Adverse Childhood Experiences

At the March 2018 GPP, guest speaker Jennifer Parker, PhD, LPC, Director Child Advocacy Studies, Professor Psychology at University of South Carolina Upstate asked attendees to think of their earliest memories. Most reported memories from when they were three years old, which included a first visit to Santa Claus, a tonsillectomy, and the wedding of a dear relative. Parker said it’s common for early memories to be connected with an event that is strongly emotional, whether for its joy, excitement, or fright. Years later, these memories and the feelings associated with them, can be easily summoned.

So consider a child whose early memories involve seeing his mother violently abused by her partner, or experiencing this violence himself. Or being a victim of sexual abuse. Or being told she’s stupid or worthless or a failure. Or seeing strangers come in and out of his house to use drugs. Or seeing a father arrested and put in prison.

It seems obvious that these childhood traumas would have a lasting impact on a young person as he matures and becomes an adult. But it’s only recently that these so-called Adverse Childhood Experiences, or ACES, are becoming a part of the language of prevention, early identification, and treatment of a wide array of issues.

ACES include:

  • Physical abuse
  • Sexual abuse
  • Emotional abuse
  • Physical neglect
  • Emotional neglect
  • Intimate partner violence
  • Mother treated violently
  • Substance misuse within household
  • Household mental illness
  • Parental separation or divorce
  • Incarcerated household member

ACEs, whether experienced in utero or during childhood, lead to social, emotional, and cognitive impairment, which can lead to the adoption of risky behaviors, which can lead to disease, disability, and social problems, which can lead to early death.

ACEs were first identified in a landmark study conducted between 1995 and 1997 through the Centers for Disease Control and Prevention in partnership with Kaiser Permanente, which looked at ACEs in more than 17,000 enrollees. It found:

ACEs are common. Physical abuse was reported by 28% of participants and 21% reported experiencing sexual abuse.  Many also reported divorce or having a parent with a mental health and/or substance abuse issue.

ACEs cluster. Almost 40% of study participants experienced two more more ACEs and 12.5% experienced four or more.  Many subsequent studies have explored the cumulative effects of ACEs rather than the singular effects of any one ACE.

ACESs have a dose-relationship with many health problems. Over time, “a person’s cumulative ACEs score has a strong, graded relationship to numerous health, social, and behavioral problems throughout their lifespan…Furthermore, many problems related to ACEs tend to be comorbid or co-occuring” (SAMSHA).

The array of physical and mental health problems that can result from ACEs is wide, including early alcohol use, illicit drug use, smoking, suicide attempts, depression, sleep disturbance, and more.


But in the face of these alarming statistics regarding ACEs, there is hope. Front line professionals in the community are becoming educated on ACEs, how to identify children who may be experiencing them, and how to intervene.  Parker reported that it turns out, teachers and school staff and administrators have most eagerly embraced the concept of ACEs and have used it to reframe their approach to children’s behavior. A child who has been affected by trauma may show signs of stress, such as acting out in the classroom or appearing to be distracted or withdrawn.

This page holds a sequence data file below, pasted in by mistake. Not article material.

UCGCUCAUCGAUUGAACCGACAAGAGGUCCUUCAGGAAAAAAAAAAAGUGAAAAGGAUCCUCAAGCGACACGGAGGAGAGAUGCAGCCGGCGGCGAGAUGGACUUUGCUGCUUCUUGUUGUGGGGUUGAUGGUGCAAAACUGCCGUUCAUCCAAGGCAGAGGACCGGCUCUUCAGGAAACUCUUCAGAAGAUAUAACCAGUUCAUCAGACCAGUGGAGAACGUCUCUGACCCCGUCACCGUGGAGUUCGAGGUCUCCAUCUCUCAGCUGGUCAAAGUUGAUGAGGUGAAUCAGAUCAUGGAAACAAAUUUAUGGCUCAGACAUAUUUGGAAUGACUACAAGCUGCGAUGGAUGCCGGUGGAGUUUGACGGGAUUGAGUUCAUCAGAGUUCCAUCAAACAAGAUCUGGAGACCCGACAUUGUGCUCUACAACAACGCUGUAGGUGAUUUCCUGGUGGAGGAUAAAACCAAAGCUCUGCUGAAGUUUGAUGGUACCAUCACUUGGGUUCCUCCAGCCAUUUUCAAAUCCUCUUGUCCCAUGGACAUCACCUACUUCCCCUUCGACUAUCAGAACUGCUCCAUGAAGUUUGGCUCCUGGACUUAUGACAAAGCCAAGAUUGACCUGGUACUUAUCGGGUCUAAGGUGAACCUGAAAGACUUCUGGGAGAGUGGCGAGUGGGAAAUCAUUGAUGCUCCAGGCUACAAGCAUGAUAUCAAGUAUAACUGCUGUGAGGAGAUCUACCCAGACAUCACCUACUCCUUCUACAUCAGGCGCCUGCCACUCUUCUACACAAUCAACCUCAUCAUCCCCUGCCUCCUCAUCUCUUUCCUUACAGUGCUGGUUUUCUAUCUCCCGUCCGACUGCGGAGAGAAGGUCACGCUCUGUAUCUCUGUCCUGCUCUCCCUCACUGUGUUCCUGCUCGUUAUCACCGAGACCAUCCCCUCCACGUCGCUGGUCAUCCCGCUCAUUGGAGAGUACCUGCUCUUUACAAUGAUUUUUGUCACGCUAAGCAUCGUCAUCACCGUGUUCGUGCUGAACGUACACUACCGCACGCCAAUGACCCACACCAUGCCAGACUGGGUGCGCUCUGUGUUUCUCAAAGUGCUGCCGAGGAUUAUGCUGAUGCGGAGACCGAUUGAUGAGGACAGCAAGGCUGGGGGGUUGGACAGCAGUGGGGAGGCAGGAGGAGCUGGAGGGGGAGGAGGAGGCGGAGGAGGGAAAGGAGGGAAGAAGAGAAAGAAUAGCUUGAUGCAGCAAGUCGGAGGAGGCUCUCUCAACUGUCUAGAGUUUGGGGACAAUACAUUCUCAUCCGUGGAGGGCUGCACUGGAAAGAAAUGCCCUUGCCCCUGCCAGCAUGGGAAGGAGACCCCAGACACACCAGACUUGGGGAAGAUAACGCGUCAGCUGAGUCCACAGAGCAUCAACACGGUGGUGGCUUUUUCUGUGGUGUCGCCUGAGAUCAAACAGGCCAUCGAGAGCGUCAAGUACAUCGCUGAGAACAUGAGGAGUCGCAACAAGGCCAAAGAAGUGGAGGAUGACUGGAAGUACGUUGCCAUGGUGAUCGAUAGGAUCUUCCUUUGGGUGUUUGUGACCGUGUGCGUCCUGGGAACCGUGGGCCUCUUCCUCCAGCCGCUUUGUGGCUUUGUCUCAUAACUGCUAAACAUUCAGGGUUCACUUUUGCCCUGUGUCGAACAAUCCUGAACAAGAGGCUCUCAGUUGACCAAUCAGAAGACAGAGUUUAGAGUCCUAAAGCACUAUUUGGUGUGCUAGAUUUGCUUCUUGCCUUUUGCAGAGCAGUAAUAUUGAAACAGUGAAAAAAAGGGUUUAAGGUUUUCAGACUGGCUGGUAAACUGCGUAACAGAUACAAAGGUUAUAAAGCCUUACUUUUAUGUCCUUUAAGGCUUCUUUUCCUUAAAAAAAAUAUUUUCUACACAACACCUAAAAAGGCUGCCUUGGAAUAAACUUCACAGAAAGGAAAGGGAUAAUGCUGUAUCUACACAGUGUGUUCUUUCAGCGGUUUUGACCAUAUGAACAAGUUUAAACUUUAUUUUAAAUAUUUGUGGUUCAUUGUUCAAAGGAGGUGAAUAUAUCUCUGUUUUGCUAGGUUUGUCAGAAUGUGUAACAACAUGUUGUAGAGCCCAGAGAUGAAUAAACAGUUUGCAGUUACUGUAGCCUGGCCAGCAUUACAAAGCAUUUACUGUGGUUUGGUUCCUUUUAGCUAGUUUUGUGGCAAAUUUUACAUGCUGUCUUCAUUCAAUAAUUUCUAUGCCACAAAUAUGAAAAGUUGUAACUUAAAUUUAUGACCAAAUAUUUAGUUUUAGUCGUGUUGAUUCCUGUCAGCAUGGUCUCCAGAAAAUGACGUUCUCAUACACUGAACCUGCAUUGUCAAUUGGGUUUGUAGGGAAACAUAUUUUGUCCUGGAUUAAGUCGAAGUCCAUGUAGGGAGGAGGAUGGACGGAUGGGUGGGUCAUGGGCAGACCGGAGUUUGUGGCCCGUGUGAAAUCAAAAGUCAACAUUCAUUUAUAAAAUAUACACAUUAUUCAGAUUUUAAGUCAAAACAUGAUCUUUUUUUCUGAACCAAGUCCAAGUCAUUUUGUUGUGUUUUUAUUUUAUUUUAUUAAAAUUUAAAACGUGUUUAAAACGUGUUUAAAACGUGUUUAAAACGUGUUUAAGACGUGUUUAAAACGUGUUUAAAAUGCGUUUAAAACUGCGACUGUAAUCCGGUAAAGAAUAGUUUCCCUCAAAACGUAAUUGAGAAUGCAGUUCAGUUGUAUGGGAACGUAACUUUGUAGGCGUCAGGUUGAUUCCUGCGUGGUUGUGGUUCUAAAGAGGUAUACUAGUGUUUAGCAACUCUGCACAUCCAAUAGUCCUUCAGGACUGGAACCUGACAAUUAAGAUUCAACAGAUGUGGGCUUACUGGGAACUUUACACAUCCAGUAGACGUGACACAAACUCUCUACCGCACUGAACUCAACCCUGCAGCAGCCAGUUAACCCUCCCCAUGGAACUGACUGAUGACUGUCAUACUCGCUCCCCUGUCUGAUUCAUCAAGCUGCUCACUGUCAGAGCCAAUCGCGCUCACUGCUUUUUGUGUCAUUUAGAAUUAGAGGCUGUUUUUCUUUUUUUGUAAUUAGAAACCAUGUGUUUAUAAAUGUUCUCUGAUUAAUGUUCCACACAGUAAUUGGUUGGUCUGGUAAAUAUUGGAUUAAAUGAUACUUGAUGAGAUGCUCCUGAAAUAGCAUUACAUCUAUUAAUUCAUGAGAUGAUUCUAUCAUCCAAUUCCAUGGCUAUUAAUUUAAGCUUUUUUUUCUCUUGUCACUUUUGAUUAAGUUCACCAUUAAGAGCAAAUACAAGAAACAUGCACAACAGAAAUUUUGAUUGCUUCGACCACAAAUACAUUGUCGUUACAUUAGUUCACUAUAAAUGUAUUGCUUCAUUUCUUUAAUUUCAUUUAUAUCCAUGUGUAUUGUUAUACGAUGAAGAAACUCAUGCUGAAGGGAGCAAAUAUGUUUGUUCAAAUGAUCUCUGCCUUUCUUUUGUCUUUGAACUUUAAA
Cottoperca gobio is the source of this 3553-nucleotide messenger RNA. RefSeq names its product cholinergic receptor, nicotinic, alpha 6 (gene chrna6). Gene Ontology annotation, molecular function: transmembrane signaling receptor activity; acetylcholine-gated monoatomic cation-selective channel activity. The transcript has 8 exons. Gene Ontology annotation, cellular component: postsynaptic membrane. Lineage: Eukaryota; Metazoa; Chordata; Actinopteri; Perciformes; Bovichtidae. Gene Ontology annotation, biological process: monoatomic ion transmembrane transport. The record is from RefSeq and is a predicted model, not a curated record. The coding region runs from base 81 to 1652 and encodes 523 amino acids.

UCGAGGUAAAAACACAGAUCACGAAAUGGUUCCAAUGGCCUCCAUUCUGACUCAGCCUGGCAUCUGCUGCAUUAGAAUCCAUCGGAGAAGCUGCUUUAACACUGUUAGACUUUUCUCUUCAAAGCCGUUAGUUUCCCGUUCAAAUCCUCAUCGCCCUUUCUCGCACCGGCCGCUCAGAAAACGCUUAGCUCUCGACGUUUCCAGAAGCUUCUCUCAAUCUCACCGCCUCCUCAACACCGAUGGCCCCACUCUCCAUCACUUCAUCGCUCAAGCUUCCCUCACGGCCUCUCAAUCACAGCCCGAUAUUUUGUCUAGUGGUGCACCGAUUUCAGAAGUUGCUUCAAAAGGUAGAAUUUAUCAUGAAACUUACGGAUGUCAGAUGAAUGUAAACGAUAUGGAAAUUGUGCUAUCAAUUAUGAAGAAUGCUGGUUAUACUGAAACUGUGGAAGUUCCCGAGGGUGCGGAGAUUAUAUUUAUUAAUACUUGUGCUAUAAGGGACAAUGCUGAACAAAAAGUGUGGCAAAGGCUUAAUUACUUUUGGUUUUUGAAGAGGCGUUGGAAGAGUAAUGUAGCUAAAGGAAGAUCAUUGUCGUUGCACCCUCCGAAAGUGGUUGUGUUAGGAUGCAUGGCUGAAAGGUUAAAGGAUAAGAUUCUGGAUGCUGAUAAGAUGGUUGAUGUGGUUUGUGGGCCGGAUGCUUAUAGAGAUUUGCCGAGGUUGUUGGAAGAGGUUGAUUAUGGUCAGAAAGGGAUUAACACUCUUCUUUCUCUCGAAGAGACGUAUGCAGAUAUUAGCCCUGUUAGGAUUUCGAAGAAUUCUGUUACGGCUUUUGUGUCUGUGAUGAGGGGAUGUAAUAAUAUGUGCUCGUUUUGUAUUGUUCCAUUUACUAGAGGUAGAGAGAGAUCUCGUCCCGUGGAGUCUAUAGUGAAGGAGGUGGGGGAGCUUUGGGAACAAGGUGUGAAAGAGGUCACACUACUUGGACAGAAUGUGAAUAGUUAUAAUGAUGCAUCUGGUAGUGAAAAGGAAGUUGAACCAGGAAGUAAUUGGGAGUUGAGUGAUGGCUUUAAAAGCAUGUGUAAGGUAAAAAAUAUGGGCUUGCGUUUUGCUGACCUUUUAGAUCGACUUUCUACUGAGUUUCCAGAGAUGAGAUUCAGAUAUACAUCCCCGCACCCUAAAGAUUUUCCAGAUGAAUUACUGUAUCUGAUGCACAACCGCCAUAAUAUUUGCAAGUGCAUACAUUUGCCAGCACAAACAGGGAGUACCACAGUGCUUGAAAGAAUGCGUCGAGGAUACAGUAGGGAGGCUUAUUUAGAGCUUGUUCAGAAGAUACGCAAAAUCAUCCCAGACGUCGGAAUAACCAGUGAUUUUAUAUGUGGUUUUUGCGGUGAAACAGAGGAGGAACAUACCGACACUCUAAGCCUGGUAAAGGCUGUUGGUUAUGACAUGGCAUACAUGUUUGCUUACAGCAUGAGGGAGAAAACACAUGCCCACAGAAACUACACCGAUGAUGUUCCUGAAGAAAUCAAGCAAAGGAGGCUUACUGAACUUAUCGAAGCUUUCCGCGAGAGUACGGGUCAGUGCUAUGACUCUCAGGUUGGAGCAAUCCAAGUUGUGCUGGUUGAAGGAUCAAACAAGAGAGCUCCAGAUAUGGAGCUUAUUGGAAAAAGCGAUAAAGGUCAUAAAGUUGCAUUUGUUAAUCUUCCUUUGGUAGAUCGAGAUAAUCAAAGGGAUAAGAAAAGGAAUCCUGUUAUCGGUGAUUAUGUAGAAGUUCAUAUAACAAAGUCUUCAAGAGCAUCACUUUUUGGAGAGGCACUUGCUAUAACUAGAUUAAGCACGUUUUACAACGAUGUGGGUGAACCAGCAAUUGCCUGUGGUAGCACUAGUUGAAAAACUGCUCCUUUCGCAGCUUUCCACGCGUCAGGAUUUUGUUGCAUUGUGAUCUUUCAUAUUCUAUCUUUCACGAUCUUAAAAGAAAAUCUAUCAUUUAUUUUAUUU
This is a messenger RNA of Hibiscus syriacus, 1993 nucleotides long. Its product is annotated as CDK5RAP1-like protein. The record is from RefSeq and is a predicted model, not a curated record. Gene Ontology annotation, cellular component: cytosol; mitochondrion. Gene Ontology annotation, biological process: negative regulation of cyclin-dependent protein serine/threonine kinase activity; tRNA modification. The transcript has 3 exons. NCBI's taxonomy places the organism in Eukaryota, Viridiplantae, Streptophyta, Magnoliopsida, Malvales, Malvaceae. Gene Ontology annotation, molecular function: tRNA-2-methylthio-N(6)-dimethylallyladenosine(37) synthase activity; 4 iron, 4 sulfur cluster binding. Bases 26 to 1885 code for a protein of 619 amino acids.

Dr. Josh Patterson, principal at the Sterling School and host of the meeting, said his faculty and staff participated in the Compassionate Schools training. Afterwards, they worked to include their understanding of prolonged trauma and stress within the school’s integrated, holistic approach of meeting the needs of the Whole Child. “A compassionate school’s mantra, requires asking ‘what happened to this child?’ rather than ‘what’s wrong with this child?’ when reflecting on student behavior.” He also reported ACEs and the Compassionate Schools approach are being widely promoted and instituted through OnTrack Greenville.


Is a high ACE score a guarantee of poor outcomes in life?  Dr. Parker said not at all.  She had the meeting’s attendees take and anonymously submit their ACE scores, and the group learned that 26% of them had one ACE and 28% had four or more ACEs.  Outcomes aren’t merely dependent on whether a child has experienced any trauma, but whether he has the opportunity to work through it successfully.  A caring relative, a teacher, or another professional or friend can mitigate the effects of trauma.


For GPP members, it’s a reminder that things in which we invest –whether it’s front line programs to support children and their parents or efforts to make families more successful (such as reducing poverty to thus reduce parents stress and increase access to health care) can reap benefits much later, both reducing costs for society and making for much happier and successful adulthoods.  Blue Cross Blue Shield Foundation of SC, for instance, has funded The Children’s Trust of SC to strengthen the integration of data, develop community-friendly action tools and enhance ACE Master trainings to prevent and address adverse childhood experiences. This project will assess the need for family resource centers in South Carolina and providing a better understanding of emotional abuse and neglect in South Carolina, one of the most common types of both ACEs and maltreatment.

An excellent resource for practicing trauma-informed philanthropy can be found here.


Many resources exist to learn more about ACES:

Find your ACEs score

CDC study and resources on ACES

The film Resilience: the Biology of Stress and the Science of Hope



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